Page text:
New leadership in place at troubled Sound Community Services

New London — Gail Lawson, the chief executive officer of Sound Community Services since 2005, left the agency Monday night after a Board of Directors meeting that ended with city police being called to the offices at 21 Montauk Ave. and staying on the premises for nearly an hour.

On Tuesday, Lance Niles, the nonprofit mental health agency's corporate compliance officer, would say only that there has been "a leadership change" and that the board would issue a statement later this week.

"We are forward focused," Niles said.

Lawson's departure comes about five weeks after The Day reviewed copies of the agency's credit card statements that showed Lawson and two other employees had charged more than $222,000 in expenses for airplane flights, hotel stays, restaurant meals and retail purchases over an 18-month period.

Jean Miner of Lyme, the former Sound Community Services clinician who served as spokeswoman for a group of former employees who initially wrote to the board about high turnover and tyrannical management at the agency, said Tuesday she was pleased with the developments.

"The board finally did what it is supposed to do," she said. "Now the agency can begin to heal and move forward for the sake of the clients and dedicated staff. I hope the board will never again turn a blind eye when concerns about Sound are brought to them."

According to agency sources who asked to remain unnamed, a trio of administrators — Niles, Jessica DeFlumer-Trapp, the director of community support, and Gino DeMaio, the director of residential/housing services — has been put in charge of the agency. Employees were told by their supervisors Tuesday about Lawson's departure, and that Niles, DeFlumer-Trapp and DeMaio would conduct an all-staff meeting Friday, according to the sources.

Neither board Chairwoman Jane Cable nor Lawson, a Foster, R.I., resident, could be reached to comment.

Two city police officers were called to Sound Community Services' administrative offices at about 8:40 p.m. Monday, according to Deputy Chief Peter Reichard. He had no additional information.

Sound Community Services has been under state scrutiny since this summer for financial and management issues raised by the group of former employees in a letter to the board, and in a whistleblower complaint to the state Department of Mental Health and Addiction Services.

DMHAS began monitoring the agency this winter over client care issues involving a lack of medical staff to prescribe and administer psychiatric medications, among other concerns. A provider of outpatient psychiatric services for about 700 adults, Sound Community Services receives most of its $10 million annual budget from state and federal funds.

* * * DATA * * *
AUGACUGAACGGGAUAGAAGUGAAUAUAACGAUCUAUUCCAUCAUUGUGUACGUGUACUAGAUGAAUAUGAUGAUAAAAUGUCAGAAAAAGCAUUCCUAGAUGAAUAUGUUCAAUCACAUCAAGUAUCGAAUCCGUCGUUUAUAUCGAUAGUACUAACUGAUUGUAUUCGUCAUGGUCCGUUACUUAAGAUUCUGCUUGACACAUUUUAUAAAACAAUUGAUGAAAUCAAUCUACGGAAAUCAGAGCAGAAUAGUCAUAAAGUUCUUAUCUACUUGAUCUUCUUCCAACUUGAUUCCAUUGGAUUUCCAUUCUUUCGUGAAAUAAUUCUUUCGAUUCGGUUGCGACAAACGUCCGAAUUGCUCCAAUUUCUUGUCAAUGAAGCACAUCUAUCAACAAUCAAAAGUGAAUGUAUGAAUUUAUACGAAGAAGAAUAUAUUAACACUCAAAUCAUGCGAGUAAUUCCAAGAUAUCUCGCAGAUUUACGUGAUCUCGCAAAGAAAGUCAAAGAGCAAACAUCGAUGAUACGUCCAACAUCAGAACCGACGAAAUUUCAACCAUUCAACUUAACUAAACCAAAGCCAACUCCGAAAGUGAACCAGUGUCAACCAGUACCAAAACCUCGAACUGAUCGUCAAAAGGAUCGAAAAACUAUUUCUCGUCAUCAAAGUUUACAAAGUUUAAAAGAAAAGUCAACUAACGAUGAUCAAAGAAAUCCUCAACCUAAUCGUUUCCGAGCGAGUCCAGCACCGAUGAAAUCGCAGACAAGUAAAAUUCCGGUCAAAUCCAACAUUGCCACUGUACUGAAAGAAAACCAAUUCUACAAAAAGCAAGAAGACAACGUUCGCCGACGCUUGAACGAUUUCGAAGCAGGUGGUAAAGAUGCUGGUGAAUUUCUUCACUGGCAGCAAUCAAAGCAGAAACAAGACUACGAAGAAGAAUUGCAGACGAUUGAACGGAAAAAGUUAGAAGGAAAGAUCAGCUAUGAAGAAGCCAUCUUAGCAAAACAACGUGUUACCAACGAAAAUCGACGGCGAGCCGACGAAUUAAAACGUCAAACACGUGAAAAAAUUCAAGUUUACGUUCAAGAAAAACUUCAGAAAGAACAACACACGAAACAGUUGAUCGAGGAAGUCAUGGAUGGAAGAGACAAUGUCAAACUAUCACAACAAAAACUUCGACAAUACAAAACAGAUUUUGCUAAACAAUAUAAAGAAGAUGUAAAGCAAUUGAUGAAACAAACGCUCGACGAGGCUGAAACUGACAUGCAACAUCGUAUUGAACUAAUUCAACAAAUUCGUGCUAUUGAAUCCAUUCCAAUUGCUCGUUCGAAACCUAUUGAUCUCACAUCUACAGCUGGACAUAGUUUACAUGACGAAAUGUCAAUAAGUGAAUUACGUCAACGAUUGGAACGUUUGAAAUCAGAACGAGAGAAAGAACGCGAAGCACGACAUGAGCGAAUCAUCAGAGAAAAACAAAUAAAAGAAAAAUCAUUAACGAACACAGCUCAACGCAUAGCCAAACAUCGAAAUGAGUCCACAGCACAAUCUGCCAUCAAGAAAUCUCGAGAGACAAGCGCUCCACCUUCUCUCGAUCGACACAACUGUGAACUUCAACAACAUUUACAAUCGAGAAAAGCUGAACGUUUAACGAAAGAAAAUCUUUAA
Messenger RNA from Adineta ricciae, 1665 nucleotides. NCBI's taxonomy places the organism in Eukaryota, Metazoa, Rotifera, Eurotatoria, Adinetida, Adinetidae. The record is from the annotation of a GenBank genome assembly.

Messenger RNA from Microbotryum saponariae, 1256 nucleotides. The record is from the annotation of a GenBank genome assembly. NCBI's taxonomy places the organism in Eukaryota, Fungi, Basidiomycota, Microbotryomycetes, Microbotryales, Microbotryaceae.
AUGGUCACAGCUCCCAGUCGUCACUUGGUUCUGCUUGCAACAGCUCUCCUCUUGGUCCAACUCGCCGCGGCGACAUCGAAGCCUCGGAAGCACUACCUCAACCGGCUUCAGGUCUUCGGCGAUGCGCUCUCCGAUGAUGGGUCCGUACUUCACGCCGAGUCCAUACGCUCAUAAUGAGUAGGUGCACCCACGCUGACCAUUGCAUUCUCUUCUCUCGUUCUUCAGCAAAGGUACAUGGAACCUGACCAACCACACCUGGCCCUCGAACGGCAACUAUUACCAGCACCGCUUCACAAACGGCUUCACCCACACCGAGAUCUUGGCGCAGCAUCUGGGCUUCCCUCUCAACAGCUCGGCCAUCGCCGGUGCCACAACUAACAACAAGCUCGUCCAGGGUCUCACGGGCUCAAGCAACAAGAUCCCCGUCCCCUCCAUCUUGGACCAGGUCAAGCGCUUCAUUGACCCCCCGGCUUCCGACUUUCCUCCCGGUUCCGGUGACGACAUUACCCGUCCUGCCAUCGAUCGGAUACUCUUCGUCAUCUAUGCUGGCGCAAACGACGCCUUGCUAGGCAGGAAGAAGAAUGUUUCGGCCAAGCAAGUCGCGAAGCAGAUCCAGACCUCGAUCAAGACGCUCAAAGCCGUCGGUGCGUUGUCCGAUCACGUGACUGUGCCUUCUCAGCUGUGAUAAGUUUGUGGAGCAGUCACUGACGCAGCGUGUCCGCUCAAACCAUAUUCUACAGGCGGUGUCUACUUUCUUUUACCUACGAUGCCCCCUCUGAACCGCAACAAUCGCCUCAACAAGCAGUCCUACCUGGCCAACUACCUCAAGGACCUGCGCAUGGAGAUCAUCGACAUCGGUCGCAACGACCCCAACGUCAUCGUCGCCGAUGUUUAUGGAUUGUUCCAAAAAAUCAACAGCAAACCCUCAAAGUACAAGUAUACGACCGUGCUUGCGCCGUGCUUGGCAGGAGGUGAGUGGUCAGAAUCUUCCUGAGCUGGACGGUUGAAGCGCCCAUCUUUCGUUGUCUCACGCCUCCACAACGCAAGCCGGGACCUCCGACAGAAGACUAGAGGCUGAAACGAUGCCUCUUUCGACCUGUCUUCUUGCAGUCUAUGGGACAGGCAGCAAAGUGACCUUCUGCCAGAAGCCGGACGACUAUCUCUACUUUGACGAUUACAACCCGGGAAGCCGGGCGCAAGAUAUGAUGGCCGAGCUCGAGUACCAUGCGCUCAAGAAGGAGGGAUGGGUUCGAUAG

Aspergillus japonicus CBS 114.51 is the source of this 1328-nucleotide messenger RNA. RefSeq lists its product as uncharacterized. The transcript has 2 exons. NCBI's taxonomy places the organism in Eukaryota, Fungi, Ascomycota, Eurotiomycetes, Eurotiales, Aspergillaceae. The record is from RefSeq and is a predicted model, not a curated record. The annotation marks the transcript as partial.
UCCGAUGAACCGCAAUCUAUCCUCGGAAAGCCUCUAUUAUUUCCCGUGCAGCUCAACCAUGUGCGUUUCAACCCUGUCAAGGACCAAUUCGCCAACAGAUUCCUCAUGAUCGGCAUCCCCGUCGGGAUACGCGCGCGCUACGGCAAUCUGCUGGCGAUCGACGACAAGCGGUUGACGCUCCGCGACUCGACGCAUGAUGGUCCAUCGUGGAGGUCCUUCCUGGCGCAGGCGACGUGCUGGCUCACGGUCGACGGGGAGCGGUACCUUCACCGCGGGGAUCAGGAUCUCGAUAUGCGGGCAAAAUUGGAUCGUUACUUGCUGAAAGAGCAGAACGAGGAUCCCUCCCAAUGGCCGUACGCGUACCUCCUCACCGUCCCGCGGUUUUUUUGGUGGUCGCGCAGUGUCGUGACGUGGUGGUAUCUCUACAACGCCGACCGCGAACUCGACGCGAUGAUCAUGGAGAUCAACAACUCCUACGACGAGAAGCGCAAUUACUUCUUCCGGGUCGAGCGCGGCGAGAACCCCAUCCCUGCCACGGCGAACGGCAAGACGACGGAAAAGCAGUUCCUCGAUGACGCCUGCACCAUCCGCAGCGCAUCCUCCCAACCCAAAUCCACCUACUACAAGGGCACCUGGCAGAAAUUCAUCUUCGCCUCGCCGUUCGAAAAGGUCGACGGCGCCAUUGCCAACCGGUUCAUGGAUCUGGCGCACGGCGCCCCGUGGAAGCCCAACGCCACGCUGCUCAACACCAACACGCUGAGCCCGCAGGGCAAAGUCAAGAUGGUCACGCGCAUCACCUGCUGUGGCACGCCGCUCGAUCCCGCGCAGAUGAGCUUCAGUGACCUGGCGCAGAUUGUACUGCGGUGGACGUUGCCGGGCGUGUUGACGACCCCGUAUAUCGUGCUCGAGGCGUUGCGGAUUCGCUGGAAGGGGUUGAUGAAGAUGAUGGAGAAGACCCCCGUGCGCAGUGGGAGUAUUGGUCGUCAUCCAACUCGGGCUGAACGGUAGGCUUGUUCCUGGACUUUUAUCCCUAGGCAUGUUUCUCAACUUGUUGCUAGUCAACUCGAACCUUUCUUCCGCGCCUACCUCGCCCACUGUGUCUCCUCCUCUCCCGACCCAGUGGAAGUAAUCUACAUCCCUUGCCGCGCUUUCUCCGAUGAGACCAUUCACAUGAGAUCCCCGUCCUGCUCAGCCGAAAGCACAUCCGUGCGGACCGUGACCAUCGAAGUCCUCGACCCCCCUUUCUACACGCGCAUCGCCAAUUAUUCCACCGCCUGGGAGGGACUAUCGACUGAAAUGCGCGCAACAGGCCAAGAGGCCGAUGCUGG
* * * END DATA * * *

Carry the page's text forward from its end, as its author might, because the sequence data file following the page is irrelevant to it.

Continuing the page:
After the DMHAS review, the state Auditors of Public Accounts began examining statements of agency credit cards issued to Lawson and two other top administrators, Informatics Officer Christopher "Heath" Bish and Chief Financial Officer Cindy Kirchhoff. The auditors also began reviewing information about an electronic medical records consulting business being run out of the agency by Lawson and Bish. The review is not concluded, state auditor John Gerogosian said Tuesday. The employment status of Bish and Kirchhoff was unclear on Tuesday.

The Day also obtained payroll records that showed the three received a combined $50,000 in additional earnings on top of their regular pay. Lawson's annual salary is $135,000, while Kirchhoff is paid $107,000 and Bish makes $99,000 annually.

In a statement Tuesday, DMHAS said it has been informed that Lawson is no longer the chief executive officer of Sound. DMHAS said it will work closely with the board and the new senior leadership to ensure an orderly transition.

DMHAS involvement in the situation includes a visit to the agency about a month ago by Deputy Commissioner Paul DiLeo, during which he met with senior staff, as well as phone conversations between DMHAS Commissioner Patricia Rehmer and Cable.

DMHAS said that if the auditors' investigation concludes that revenue from the consulting business was used inappropriately, it would take "immediate corrective steps."

"DMHAS will continue to actively monitor Sound Community Services to ensure that the state programs run by Sound Community Services are meeting the needs of the department's clients," the statement said.

The departure of Lawson is a positive and overdue step to bring issues at Sound Community Services toward resolution, said Robert Davidson, executive director of the Eastern Regional Mental Health Board.

"It took so long because Gail was a hard bargainer," he said. "She's a very tough businesswoman, and for a while that was her strength. The most important thing now is that she's gone and the agency can rebuild."


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